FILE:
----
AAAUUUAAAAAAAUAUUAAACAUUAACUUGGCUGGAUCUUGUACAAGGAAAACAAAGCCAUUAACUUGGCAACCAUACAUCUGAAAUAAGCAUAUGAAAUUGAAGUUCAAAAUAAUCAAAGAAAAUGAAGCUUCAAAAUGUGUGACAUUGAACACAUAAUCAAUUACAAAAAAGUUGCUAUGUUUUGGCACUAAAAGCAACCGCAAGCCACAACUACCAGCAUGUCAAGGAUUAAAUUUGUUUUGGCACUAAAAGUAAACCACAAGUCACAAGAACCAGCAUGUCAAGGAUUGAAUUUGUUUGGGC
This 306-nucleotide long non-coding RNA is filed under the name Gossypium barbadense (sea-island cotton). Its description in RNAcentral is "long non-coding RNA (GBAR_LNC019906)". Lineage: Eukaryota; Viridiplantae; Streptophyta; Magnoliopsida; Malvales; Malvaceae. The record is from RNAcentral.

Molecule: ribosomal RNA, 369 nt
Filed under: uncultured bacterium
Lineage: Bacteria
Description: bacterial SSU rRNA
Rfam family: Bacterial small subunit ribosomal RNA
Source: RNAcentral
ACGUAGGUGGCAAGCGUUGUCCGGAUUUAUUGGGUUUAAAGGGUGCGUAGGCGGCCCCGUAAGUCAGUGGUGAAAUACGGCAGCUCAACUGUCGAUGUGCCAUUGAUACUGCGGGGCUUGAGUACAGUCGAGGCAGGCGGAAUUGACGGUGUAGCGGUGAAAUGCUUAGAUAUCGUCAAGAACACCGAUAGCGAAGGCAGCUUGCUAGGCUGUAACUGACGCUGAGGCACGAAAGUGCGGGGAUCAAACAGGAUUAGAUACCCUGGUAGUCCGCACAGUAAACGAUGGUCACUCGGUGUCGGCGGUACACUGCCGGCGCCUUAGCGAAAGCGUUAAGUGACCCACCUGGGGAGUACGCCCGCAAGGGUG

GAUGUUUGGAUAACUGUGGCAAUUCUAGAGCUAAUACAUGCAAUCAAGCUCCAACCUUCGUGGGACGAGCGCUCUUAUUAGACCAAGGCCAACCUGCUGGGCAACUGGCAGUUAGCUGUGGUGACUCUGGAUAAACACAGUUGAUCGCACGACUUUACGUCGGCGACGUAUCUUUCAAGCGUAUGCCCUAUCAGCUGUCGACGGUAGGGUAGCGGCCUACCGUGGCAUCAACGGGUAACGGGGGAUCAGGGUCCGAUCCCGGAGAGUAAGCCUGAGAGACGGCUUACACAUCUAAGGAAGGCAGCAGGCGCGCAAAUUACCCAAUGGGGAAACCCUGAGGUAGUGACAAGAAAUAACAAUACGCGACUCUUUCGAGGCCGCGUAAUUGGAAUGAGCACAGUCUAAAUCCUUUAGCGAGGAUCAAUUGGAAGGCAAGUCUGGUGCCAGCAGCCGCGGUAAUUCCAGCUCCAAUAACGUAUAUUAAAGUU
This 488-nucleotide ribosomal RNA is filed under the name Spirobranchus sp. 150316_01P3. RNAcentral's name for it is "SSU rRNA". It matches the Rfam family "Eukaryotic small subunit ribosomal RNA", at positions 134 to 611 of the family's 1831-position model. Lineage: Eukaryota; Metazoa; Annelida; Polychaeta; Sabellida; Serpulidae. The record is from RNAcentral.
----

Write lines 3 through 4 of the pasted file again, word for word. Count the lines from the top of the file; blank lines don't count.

Molecule: ribosomal RNA, 369 nt
Filed under: uncultured bacterium